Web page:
Harvard Business Review
I’ve just returned from an offsite with our team at The Energy Project. As we concluded, I asked each person to take a few moments to say what he or she felt most proud of accomplishing over the past year.
After each brief recounting, I found myself adding some observations about what I appreciated in that person. Before long, others were chiming in. The positive energy was contagious, but it’s not something we can ever take for granted.
Whatever else each of us derives from our work, there may be nothing more precious than the feeling that we truly matter — that we contribute unique value to the whole, and that we’re recognized for it.
The single highest driver of engagement, according to a worldwide study conducted by Towers Watson, is whether or not workers feel their managers is genuinely interested in their wellbeing. Less than 40 percent of workers felt so engaged.
Feeling genuinely appreciated lifts people up. At the most basic level, it makes us feel safe, which is what frees us to do our best work. It’s also energizing. When our value feels at risk, as it so often does, that worry becomes preoccupying, which drains and diverts our energy from creating value.
So why is it that openly praising or expressing appreciation to other people at work can so easily seem awkward, contrived, mawkish and even disingenuous?
The obvious answer is that we’re not fluent in the language of positive emotions in the workplace. We’re so unaccustomed to sharing them that we don’t feel comfortable doing so. Heartfelt appreciation is a muscle we’ve not spent much time building, or felt encouraged to build.
Oddly, we’re often more experienced at expressing negative emotions — reactively and defensively, and often without recognizing their corrosive impact on others until much later, if we do at all.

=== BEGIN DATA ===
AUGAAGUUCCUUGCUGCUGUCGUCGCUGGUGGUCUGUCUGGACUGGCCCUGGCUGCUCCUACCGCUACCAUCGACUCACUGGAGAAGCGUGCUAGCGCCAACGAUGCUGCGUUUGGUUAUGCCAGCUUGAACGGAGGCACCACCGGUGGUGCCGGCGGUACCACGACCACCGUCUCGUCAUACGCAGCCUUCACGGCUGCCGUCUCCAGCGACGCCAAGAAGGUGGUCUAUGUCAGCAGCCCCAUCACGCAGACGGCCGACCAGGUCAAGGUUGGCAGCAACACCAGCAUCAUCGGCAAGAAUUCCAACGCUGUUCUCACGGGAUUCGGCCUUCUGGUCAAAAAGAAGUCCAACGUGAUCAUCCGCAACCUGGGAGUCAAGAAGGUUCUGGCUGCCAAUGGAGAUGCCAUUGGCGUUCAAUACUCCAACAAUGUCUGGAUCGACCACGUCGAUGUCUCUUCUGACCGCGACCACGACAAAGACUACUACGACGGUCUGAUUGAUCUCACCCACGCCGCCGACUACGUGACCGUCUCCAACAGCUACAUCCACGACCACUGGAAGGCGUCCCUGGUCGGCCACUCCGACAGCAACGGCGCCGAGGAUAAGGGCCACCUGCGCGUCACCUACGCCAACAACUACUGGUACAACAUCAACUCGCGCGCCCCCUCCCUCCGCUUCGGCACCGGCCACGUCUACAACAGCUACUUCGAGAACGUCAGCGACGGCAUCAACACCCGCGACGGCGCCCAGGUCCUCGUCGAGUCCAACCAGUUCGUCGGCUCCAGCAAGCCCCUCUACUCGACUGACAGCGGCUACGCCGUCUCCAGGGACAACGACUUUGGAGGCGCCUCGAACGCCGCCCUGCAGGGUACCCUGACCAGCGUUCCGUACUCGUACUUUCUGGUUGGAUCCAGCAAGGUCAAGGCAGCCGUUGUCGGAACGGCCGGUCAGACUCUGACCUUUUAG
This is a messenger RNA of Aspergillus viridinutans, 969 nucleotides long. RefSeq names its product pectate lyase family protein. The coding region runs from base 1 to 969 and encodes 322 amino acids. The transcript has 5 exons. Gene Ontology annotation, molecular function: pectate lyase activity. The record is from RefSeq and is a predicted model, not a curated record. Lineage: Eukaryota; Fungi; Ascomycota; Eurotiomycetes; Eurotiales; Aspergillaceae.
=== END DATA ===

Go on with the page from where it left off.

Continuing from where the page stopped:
That’s unfortunate. The impact of negative emotions — and more specifically the feeling of being devalued — is incredibly toxic. As Daniel Goleman has written, “Threats to our standing in the eyes of others are almost as powerful as those to our very survival.”
In one well-known study, workers who felt unfairly criticized by a boss or felt they had a boss who didn’t listen to their concerns had a 30 percent higher rate of coronary disease than those who felt treated fairly and with care.
In the workplace itself, researcher Marcial Losada has found that among high-performing teams, the expression of positive feedback outweighs that of negative feedback by a ratio of 5.6 to 1. By contrast, low-performing teams have a ratio of .36 to 1.
So what are the practical steps you can take, especially as a manager, to use appreciation in the service of building a higher-performing (and more sustainable) team?
1. As the Hippocratic oath prescribes to physicians, “Above all else, do no harm.” Or perhaps more accurately, do less harm, since it’s unrealistic to do none. The costs of devaluing others are so great that we need to spend far more time thinking than we do now about how to hold people’s value, even in situations where they’ve fallen short and our goal is get them to change their behavior for the better.
2. Practice appreciation by starting with yourself. If you have difficulty openly appreciating others, it’s likely you also find it difficult to appreciate yourself. Take a few moments at the end of the day to ask yourself this simple question: “What can I rightly feel proud of today?” If you are committed to constant self-improvement, you can also ask yourself, “What could I do better tomorrow?” Both questions hold your value.
3. Make it a priority to notice what others are doing right. The more you work at it, the better you’ll get at it, and the more natural it will become for you. For example, start by thinking about what positive qualities, behaviors and contributions you currently take for granted among the members of your team. Then ask yourself, what is it that each of them uniquely brings to the table?
4. Be appreciative. The more specific you can be about what you value — and the more you notice what’s most meaningful to that person — the more positive your impact on that person is likely to be. A handwritten note makes a bigger impression than an email or a passing comment, but better any one of them than nothing at all.
We’re all more vulnerable and needy than we like to imagine. Authentically appreciating others will make you feel better about yourself, and it will also increase the likelihood they’ll invest more in their work, and in you. The human instinct for reciprocity runs deep.